“And now you know why we are all still surprised he ever managed to get married in the first place,” Vale quipped. The rest of the table laughed, including the waitress. She sashayed away to the bar, presumably to fetch us beers.

“Thank you for that,” I deadpanned at my blond subordinate.

He shrugged. “Come on, sir, you have always been bad with women. If I had not done something to break the ice, you would have stammered your way through another ten minutes of awkward conversation.”

The fact that he had something of a point did not make me any more inclined to thank him—honestly, that is—for his assistance.

Luckily for him, the waitress came back a moment later with five foaming mugs of ale, balanced precariously on a broad wooden tray. “Here you are, gentlemen. Sorry we do not have much of a selection, but we left in a hurry.”

“What do you have, precisely?” Vale asked, smiling disarmingly.

She just pointed at a flat portion of the rock wall, which had the names of various foods written across it in chalk, with a neat and precise hand. “That is everything right there. Do you need a few minutes?”

The list was quite extensive, and a few of the things on there—squirrel, fox, and rat most especially—were more than a little disturbing. But I had to admit it made it easier to figure out what you wanted.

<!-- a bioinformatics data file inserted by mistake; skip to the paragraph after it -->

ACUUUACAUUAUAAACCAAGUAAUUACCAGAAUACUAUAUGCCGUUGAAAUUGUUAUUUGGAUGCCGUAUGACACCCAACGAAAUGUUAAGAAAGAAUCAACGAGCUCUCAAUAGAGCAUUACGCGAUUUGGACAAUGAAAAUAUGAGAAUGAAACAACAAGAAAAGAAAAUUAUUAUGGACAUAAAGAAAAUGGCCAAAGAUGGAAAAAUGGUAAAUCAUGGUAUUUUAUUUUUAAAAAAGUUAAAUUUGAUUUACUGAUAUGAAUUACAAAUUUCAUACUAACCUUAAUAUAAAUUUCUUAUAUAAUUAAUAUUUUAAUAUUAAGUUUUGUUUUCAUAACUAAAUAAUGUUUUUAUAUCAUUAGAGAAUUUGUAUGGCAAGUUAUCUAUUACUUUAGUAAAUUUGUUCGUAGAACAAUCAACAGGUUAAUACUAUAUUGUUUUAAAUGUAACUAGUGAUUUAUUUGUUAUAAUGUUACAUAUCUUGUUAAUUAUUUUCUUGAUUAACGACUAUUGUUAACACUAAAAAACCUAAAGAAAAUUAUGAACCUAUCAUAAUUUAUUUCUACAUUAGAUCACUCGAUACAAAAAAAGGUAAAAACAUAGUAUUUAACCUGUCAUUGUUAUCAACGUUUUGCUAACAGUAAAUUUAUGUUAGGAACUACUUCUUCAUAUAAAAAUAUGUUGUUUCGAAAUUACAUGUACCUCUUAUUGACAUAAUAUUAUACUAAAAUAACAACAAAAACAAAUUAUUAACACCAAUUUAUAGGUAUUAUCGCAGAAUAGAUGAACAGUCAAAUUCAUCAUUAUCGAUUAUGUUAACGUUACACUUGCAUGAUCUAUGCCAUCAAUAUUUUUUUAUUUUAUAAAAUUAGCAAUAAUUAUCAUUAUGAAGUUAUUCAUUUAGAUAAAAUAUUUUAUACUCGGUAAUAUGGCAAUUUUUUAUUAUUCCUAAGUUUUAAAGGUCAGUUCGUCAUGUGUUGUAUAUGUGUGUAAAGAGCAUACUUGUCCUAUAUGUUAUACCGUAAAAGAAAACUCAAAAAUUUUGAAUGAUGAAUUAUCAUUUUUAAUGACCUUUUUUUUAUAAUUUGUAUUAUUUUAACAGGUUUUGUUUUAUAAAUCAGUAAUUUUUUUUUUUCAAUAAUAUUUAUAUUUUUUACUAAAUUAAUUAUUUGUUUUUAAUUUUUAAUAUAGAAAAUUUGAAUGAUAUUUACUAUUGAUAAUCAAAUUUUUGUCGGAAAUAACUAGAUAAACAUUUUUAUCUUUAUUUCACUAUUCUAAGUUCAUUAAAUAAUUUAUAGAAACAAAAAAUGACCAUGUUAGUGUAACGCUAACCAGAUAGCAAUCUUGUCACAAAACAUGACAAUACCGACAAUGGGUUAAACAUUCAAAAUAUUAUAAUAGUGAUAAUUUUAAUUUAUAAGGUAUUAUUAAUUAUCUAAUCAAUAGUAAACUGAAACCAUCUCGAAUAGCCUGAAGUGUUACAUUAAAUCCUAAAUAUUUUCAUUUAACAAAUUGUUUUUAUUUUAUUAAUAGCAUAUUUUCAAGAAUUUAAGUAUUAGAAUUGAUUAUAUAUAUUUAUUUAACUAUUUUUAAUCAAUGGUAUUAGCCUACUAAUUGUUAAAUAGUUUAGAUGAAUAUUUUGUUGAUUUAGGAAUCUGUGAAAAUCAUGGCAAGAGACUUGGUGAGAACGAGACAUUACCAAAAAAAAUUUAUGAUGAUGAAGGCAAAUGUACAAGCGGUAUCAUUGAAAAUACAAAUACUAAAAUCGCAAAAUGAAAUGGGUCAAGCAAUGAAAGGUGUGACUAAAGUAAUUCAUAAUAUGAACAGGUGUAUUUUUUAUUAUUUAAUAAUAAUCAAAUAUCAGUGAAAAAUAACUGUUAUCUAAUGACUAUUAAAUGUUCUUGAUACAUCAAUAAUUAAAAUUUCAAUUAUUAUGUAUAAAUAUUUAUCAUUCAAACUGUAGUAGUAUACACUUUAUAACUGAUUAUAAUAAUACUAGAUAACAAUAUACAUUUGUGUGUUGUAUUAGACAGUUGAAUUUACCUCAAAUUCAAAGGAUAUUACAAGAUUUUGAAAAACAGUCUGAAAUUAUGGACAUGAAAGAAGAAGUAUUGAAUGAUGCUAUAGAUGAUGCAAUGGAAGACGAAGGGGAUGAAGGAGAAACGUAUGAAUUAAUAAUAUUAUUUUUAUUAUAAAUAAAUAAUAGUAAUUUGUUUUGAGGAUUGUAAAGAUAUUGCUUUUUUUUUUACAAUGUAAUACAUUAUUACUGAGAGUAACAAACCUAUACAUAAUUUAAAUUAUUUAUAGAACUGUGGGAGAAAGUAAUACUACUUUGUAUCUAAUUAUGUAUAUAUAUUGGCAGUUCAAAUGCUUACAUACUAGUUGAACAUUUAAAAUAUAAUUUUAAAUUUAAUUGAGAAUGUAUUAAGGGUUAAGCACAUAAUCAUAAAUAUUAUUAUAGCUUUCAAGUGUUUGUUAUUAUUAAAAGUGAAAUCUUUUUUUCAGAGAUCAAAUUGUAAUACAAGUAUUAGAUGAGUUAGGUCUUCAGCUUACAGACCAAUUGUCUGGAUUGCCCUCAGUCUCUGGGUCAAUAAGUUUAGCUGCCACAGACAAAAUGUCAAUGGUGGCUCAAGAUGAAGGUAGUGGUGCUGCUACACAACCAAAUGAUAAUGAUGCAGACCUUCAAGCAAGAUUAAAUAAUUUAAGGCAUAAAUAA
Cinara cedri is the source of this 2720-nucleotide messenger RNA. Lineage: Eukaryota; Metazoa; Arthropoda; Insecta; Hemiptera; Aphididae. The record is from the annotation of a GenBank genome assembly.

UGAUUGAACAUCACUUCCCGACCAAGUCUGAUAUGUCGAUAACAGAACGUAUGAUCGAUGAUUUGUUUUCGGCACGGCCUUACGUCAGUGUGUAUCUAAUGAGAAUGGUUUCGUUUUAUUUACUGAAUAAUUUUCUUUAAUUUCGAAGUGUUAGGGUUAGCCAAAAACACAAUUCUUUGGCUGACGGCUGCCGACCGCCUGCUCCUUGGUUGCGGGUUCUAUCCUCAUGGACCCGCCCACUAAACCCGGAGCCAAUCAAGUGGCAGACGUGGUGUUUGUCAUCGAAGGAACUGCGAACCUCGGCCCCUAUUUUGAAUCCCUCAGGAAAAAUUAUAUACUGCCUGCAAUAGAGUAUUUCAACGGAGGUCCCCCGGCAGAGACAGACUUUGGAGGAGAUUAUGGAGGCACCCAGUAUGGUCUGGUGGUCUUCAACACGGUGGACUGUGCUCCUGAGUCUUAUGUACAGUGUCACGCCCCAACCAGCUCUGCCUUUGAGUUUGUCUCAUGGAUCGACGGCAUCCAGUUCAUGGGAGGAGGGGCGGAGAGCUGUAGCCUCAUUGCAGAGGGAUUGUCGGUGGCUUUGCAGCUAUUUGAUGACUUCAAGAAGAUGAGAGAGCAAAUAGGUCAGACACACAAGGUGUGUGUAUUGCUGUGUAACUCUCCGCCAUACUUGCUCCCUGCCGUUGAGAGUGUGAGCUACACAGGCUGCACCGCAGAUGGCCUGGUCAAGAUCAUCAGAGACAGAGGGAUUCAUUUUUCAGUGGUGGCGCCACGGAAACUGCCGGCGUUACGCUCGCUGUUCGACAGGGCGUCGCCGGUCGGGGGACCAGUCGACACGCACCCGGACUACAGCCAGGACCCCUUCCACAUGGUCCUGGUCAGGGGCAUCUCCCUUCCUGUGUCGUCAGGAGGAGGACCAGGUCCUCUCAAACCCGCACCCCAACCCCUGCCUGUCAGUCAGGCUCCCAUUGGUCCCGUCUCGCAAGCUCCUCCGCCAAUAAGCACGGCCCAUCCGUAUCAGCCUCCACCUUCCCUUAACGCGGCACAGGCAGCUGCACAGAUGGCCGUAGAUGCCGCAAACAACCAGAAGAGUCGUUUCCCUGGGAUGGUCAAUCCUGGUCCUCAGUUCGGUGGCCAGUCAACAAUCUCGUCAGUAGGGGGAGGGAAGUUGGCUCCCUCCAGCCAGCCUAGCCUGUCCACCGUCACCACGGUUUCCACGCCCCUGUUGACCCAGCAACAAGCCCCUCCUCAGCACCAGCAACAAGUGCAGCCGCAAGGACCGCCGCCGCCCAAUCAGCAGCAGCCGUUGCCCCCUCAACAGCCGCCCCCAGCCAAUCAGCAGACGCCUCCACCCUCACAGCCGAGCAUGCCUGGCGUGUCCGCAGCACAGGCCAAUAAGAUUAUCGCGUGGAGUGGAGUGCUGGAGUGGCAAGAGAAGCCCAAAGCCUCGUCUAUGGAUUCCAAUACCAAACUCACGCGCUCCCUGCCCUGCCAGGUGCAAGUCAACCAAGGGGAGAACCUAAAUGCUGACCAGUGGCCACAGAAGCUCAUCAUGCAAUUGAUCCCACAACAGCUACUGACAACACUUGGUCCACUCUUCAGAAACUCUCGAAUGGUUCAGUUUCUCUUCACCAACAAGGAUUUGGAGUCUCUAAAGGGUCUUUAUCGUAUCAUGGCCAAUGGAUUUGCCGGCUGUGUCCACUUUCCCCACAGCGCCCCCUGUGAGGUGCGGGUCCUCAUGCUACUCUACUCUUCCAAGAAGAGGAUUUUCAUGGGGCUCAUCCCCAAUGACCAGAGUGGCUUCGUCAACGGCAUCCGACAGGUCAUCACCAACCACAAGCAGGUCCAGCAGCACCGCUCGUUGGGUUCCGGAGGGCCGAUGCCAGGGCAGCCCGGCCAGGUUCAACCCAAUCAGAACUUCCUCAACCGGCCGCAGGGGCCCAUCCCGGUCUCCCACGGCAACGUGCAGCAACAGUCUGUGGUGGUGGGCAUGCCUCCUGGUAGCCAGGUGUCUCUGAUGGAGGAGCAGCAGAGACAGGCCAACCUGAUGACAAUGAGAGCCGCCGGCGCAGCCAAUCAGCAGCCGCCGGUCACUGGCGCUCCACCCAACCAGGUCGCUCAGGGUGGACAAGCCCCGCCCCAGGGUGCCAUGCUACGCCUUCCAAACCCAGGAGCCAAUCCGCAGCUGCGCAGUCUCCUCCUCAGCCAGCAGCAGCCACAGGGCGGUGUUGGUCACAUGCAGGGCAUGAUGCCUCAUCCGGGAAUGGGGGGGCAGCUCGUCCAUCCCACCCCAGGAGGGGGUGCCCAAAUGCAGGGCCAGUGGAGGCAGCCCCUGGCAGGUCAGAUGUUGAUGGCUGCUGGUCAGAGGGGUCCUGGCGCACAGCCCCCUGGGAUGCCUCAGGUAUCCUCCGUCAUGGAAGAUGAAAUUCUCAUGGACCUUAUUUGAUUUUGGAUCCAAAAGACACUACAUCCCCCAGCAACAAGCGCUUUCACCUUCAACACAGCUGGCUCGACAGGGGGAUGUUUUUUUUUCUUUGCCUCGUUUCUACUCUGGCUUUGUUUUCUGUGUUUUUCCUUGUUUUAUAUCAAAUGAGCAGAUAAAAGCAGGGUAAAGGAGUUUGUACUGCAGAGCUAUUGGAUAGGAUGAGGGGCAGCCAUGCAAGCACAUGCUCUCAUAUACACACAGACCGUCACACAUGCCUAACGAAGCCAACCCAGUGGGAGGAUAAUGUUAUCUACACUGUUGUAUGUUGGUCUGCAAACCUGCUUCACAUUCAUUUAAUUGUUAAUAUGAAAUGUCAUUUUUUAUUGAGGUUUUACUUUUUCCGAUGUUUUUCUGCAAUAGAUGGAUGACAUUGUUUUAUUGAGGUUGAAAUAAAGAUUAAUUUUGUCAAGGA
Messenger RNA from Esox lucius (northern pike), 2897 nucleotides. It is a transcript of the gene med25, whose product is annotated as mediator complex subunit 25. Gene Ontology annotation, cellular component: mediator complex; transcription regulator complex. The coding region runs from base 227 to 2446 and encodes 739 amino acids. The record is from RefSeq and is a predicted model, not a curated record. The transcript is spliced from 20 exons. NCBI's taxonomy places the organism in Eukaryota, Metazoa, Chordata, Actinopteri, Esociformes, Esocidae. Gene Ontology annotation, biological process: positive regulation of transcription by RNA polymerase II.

“Ingenious,” Vale murmured. “A simple and elegant solution.”

While he was busy admiring the forest and ignoring the trees, I rolled my eyes and turned to the waitress. “That baked chicken sounds good for me.”

“Same,” Roark grunted.

Norn took a long look at the list, frowning. “No beef?”

The waitress chuckled. “Definitely no beef.”

The big man shrugged. “All right, then chicken for me too.”

“Steamed squirrel for me, thanks,” Harold said with a small smile.

There was a long pause as everyone turned to the last member of our party.

“…Vale,” I snapped. “Pick something to eat.”

He nearly jumped. “What? Yes, yes, of course. Ah…potatoes and gravy for me, thanks.”

“And some bread for the table,” Harold called as our waitress moved away.

I eyed the young hunter. “Something is going on with you.”

He raised an eyebrow. “Excuse me?”

Vale took a sip of his beer, frowned, put it down, and turned his attention to the archer. “You know, now that he mentions it, he is right. You are…” He chuckled. “You are playing a joke on us, are not you?”

Harold tried to stifle a grin, utterly failed, and gave up. “I am sorry. I should have…” He chuckled again. “Sorry. It is not really cruel. And it is not…you will figure it out soon enough. It will be funny, I promise.”

I glared at him. “’Not really cruel’ is not exactly setting my mind at ease, here. Now—”